Penkridge Viaduct

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Preserved Great Western Railway locomotives 4965 Rood Ashton Hall and 5043 Earl of Mount Edgcumbe double head a steam railtour over Penkridge Viaduct in May 2012.

Penkridge Viaduct is a railway viaduct on the West Coast Main Line where it crosses the River Penk and Levedale Road near the town of Penkridge, Staffordshire, England (grid reference SJ920144). It is recorded in the National Heritage List for England as a designated Grade II listed building.[1]

It was built in 1837 on the Grand Junction Railway. The engineer was Joseph Locke and the contractor was Thomas Brassey. It was Brassey's first successful bid for a contract and the cost of the viaduct was £6,000 (£490,000 as of 2015).[2][3] The viaduct consists of seven arches built in red brick and engineering brick with ashlar quoins and dressings.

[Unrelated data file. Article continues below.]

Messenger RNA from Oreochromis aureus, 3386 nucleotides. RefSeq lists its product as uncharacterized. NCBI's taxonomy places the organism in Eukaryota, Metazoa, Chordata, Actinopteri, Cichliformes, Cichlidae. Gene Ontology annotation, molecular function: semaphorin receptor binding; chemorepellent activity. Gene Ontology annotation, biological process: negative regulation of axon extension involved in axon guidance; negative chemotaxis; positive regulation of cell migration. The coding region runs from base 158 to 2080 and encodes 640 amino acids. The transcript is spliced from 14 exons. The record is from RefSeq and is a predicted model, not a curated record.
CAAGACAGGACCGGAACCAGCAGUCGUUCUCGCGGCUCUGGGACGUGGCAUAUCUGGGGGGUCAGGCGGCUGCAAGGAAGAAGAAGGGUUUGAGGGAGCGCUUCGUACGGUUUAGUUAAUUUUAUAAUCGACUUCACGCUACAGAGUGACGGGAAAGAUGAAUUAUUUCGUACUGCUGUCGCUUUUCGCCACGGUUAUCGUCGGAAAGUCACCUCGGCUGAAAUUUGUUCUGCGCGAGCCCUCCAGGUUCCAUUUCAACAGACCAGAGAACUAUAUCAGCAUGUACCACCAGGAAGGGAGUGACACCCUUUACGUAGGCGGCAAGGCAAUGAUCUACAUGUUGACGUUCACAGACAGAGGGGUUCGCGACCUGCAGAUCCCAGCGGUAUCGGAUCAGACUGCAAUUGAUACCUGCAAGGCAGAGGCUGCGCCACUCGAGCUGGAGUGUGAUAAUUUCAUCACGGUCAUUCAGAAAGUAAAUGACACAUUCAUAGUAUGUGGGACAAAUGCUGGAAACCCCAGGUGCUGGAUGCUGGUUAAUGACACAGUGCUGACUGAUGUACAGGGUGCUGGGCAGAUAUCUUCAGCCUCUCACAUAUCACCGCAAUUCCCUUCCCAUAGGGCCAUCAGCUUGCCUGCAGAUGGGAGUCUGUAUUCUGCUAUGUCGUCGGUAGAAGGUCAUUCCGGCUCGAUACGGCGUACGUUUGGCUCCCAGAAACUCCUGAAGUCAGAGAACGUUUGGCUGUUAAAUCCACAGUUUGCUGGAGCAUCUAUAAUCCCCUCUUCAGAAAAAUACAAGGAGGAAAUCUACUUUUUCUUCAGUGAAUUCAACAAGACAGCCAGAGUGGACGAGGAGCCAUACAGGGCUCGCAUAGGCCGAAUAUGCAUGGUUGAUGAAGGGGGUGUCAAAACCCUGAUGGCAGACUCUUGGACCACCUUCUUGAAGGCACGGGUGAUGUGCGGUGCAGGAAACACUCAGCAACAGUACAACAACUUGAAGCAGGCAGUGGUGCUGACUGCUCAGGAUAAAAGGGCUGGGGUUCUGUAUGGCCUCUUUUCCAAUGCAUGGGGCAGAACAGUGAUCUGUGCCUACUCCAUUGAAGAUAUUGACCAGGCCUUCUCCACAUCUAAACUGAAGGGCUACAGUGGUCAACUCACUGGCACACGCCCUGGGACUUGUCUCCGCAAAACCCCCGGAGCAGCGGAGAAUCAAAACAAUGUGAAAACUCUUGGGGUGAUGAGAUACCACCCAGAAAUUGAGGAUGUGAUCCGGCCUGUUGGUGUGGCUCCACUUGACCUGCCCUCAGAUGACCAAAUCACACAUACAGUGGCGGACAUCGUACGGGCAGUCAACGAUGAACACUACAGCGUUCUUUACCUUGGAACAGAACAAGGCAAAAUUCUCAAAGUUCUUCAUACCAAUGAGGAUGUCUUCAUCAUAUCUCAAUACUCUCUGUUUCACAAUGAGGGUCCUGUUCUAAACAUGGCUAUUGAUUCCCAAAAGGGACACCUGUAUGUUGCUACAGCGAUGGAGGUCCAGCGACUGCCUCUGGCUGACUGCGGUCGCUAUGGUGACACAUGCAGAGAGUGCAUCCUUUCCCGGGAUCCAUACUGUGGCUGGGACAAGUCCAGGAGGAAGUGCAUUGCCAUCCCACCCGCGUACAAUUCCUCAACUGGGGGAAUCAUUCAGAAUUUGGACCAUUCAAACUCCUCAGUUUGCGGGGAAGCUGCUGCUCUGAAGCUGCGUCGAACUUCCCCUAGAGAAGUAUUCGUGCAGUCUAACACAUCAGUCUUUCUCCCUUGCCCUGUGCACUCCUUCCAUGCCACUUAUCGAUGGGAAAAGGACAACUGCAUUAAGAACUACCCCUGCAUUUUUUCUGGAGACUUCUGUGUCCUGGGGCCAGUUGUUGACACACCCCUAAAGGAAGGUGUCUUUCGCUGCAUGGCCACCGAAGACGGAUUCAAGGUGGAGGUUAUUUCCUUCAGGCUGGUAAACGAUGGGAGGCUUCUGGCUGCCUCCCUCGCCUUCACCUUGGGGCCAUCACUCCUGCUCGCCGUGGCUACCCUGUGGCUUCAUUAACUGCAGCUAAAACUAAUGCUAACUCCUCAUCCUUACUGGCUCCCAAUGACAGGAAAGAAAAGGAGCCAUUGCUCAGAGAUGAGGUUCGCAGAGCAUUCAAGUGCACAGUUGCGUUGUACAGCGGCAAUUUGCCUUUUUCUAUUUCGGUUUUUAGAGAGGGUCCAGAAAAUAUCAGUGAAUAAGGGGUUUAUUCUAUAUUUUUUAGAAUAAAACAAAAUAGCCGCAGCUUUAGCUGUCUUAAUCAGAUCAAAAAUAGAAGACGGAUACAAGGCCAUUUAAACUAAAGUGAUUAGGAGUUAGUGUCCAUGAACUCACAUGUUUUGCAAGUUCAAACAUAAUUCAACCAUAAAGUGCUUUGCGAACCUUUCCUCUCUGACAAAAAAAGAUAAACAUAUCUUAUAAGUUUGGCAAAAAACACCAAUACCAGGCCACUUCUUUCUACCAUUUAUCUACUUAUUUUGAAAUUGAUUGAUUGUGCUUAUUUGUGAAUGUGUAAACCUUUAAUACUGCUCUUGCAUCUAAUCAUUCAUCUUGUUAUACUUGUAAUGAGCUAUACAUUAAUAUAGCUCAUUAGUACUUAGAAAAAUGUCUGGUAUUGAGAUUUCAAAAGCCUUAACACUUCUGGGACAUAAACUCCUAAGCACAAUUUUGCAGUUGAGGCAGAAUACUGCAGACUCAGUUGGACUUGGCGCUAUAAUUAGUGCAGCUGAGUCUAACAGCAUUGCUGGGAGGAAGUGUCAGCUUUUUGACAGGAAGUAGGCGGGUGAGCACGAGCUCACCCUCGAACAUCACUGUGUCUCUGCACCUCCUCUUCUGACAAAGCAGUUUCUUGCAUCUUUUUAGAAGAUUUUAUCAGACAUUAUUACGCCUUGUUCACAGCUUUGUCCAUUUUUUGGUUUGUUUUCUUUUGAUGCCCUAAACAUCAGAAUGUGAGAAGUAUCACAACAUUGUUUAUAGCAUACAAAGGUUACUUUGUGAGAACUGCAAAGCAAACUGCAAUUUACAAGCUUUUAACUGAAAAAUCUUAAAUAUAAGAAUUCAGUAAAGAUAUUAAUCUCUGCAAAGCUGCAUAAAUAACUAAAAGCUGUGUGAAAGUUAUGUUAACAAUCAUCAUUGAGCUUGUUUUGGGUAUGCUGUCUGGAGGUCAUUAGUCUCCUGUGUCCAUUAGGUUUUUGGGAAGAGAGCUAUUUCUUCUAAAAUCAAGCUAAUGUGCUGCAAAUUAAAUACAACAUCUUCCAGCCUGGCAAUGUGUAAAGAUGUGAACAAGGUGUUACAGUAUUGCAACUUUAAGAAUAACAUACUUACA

The first train, on a trial run, crossed the viaduct on 1 June 1837. The official opening was on 4 July, when the viaduct was crossed by engine No. 8 Wild Fire pulling eight first class carriages.[4]

See also[edit]

References[edit]

  1. ^ Historic England, "Railway Viaduct approximately 150 yards west of Bull Bridge (1039225)", National Heritage List for England, retrieved 10 September 2013 
  2. ^ UK Consumer Price Index inflation figures are based on data from Gregory Clark (2016), "The Annual RPI and Average Earnings for Britain, 1209 to Present (New Series)", MeasuringWorth.com.
  3. ^ Walker, Charles (1969), Thomas Brassey, Railway Builder, London: Frederick Muller, pp. 17–18, ISBN 0-584-10305-0 
  4. ^ Thomas Brassey - the great Railway Builder of the 19th Century, penkridge.org.uk, retrieved 2007-11-25 

Coordinates: 52°43′39″N 2°07′08″W / 52.7274°N 2.1188°W / 52.7274; -2.1188